JCPenney, which filed for bankruptcy just two weeks ago, is in the process of reopening hundreds of stores.
The retailer said that it reopened its doors at 150 stores in 27 states. The stores had been closed because of health concerns and stay-at-home orders prompted by the COVID-19 pandemic. The newly reopened JCPenney stores brought the company’s total to 304 reopened stores. It expects to have 500 stores opened by Wednesday June 3.
But the reopenings come at the same time it is planning to permanently close many stores to stem the losses that led to the bankruptcy filing. The day after the bankruptcy filing it announced plans to close 192 stores this year, although it has yet to identify which stores. The company plans to close another 50 stores next year.
JCPenney, along with other department store chains, shut all stores in mid-March. It started reopening a few dozen stores a week before the May 15 bankruptcy filing, and it opened more than 100 stores the week after the filing.
The company said it is taking necessary steps to protect both employees and shoppers at the reopened stores. The company says it is providing masks, gloves, and hand sanitizer, staggering shift schedules to minimize associates’ contact, enhancing store cleaning with a focus on high-touch areas, and adding plexiglass shields at registers, along with social distancing and safety signage. It is also having curbside pickup at all reopened locations.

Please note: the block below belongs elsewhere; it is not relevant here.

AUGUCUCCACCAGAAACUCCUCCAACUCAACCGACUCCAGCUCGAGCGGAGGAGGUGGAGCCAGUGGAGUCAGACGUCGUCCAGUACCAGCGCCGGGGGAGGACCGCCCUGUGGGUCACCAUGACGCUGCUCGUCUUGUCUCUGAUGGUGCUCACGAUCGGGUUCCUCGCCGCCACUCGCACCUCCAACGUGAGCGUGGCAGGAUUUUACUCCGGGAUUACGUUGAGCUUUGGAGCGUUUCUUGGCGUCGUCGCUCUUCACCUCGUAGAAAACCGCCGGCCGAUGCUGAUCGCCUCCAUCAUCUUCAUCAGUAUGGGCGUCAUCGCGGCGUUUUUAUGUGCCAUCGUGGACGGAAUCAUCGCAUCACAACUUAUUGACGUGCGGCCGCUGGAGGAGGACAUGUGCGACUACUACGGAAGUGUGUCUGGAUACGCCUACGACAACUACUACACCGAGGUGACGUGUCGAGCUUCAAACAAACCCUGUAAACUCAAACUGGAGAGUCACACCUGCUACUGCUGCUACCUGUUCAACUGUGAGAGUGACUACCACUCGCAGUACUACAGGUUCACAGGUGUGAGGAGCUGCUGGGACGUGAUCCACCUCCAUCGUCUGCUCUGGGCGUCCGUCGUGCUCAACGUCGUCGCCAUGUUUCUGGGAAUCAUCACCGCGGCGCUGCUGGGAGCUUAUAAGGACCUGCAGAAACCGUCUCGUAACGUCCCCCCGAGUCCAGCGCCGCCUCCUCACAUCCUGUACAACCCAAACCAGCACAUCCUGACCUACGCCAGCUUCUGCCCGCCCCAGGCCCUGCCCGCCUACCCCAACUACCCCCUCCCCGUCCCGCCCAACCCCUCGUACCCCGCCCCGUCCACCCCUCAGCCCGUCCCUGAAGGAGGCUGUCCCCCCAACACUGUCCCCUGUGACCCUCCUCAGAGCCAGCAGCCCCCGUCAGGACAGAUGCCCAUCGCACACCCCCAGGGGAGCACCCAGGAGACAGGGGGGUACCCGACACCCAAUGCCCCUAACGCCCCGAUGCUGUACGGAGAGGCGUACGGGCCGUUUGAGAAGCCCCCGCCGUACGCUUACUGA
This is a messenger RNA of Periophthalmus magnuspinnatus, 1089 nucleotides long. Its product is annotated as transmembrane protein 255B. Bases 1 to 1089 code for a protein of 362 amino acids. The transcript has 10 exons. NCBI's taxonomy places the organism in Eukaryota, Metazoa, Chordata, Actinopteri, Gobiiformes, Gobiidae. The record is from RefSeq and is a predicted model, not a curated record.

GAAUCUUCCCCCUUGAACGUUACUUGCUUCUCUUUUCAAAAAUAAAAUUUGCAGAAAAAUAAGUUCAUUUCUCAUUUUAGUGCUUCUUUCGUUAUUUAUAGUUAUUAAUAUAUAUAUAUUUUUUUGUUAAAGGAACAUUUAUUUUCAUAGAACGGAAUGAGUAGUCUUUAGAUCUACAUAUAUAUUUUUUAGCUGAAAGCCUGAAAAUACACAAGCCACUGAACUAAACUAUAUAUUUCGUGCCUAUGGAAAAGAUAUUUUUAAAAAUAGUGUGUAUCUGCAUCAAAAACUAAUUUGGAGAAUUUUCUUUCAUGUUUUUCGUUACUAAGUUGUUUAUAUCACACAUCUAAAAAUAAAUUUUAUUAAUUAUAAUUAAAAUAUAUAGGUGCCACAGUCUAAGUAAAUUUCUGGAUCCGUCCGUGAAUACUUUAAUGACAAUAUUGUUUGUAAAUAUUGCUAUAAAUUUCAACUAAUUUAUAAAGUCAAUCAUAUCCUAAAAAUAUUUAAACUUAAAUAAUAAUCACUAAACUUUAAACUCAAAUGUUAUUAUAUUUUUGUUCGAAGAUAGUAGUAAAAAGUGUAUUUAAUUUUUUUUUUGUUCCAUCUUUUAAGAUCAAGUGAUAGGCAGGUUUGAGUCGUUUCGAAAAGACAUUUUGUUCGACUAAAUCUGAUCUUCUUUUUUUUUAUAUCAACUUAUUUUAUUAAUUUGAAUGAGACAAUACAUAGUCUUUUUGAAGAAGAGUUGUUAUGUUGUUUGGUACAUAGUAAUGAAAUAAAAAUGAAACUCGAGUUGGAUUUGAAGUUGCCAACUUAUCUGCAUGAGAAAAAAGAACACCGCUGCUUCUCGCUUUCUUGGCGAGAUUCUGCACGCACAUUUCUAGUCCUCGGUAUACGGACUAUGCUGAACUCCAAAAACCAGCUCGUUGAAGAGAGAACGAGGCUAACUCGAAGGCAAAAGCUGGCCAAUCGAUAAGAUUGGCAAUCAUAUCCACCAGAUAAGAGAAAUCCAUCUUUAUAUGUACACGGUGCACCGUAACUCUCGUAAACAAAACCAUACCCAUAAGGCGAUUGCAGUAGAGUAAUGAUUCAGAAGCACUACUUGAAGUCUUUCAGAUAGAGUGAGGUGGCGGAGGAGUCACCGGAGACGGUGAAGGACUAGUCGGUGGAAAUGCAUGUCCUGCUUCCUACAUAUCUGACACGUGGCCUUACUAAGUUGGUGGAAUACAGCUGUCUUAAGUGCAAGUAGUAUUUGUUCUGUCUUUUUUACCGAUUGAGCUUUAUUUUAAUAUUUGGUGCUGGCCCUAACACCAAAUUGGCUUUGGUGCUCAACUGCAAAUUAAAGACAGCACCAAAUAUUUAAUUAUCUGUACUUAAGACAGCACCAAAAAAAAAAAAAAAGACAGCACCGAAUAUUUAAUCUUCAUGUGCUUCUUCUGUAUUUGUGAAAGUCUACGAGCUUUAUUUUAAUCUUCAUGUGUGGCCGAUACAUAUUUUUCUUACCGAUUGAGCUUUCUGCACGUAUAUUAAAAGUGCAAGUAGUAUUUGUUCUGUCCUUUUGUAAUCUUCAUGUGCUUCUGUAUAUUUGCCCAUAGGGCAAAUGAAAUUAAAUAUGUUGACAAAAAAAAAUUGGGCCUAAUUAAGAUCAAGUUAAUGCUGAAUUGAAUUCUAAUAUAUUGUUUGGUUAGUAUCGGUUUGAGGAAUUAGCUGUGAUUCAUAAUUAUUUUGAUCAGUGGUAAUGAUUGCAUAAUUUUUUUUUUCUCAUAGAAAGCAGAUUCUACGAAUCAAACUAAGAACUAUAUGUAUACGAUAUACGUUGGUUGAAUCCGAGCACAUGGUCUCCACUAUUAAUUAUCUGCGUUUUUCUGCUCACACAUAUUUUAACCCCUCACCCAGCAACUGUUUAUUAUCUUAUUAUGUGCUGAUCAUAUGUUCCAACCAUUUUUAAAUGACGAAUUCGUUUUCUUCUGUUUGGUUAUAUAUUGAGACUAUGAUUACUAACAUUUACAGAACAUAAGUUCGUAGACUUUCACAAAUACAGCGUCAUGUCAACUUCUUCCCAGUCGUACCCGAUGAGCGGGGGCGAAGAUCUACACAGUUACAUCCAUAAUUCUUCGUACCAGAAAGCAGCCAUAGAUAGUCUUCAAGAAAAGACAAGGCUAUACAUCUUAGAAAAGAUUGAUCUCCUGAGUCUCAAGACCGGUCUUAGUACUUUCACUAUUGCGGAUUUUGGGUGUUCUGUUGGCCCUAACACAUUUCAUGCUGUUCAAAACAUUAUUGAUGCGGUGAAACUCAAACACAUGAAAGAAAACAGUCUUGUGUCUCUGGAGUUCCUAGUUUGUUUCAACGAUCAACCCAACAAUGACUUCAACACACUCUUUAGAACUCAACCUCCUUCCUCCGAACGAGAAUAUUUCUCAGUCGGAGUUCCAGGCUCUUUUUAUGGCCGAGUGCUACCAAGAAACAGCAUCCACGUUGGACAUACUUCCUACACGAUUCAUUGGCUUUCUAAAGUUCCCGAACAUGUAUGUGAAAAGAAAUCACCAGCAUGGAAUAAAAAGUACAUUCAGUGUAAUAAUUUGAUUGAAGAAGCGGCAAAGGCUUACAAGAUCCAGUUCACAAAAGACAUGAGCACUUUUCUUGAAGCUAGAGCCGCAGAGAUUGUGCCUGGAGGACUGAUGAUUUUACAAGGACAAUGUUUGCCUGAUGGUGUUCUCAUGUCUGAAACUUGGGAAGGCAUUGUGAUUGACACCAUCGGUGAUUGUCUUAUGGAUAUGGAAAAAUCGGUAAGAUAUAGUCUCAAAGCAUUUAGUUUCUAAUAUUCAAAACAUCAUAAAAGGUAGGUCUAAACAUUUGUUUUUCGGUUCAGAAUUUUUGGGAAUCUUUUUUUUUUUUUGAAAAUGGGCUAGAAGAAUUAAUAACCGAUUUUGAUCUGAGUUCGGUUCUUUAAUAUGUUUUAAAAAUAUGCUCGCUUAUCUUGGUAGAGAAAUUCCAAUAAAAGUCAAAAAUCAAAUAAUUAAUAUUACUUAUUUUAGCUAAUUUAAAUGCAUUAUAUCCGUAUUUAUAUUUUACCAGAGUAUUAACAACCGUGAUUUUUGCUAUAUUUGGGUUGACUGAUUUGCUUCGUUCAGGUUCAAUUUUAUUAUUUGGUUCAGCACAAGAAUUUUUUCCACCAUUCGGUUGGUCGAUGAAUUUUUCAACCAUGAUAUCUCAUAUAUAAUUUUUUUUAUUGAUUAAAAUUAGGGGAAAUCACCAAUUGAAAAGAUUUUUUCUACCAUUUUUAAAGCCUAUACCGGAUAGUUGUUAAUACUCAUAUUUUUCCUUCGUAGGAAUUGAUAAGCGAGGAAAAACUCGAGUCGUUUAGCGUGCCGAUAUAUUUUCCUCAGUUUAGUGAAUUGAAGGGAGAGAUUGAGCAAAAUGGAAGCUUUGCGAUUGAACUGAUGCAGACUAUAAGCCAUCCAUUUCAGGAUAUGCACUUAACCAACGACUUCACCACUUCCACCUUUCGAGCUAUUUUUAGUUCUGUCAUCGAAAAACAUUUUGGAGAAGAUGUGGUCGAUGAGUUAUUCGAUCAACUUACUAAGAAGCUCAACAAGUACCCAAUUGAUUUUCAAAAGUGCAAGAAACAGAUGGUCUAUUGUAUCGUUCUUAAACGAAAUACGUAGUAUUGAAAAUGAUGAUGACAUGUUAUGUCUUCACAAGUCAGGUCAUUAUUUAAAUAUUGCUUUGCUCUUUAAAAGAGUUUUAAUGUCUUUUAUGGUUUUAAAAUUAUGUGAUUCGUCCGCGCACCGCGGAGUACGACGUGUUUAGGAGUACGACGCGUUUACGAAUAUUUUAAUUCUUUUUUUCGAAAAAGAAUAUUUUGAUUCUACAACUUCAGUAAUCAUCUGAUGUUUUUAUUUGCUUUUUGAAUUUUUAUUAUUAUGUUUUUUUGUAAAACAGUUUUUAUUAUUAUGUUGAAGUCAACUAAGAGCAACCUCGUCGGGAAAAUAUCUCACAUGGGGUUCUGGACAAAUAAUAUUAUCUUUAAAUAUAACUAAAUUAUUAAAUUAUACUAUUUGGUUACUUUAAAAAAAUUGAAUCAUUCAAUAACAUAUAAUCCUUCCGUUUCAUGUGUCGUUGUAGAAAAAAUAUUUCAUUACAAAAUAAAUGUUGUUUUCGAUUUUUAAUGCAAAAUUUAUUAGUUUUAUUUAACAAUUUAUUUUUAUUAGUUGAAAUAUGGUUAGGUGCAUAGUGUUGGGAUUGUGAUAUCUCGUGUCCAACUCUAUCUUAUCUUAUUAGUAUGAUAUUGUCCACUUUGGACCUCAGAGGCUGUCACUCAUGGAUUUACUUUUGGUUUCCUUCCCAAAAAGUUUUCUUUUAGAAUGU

Still JCPenney and department stores in general have had difficulties dealing with both customers’ shift to buying more items online, and with online pickup offerings at big-box retailers such as Walmart and Target. Both chains, which remained open during the pandemic because they sold essential items such as food, have report a large increase in their online sales.
JCPenney is one of several national retailers to file for bankruptcy just this month. On May 4, clothing retailer J.Crew filed for bankruptcy, followed by a filing from Neiman Marcus on May 7. On May 10, Stage Stores filed for bankruptcy and discount home goods chain Tuesday Morning filed this week.
A bankruptcy filing does not necessarily mean a company will go out of business. Many have used bankruptcy to shed debt and close unprofitable operations which eventually led them to financial success. But not every company that enters bankruptcy intending to stay in business survives the process.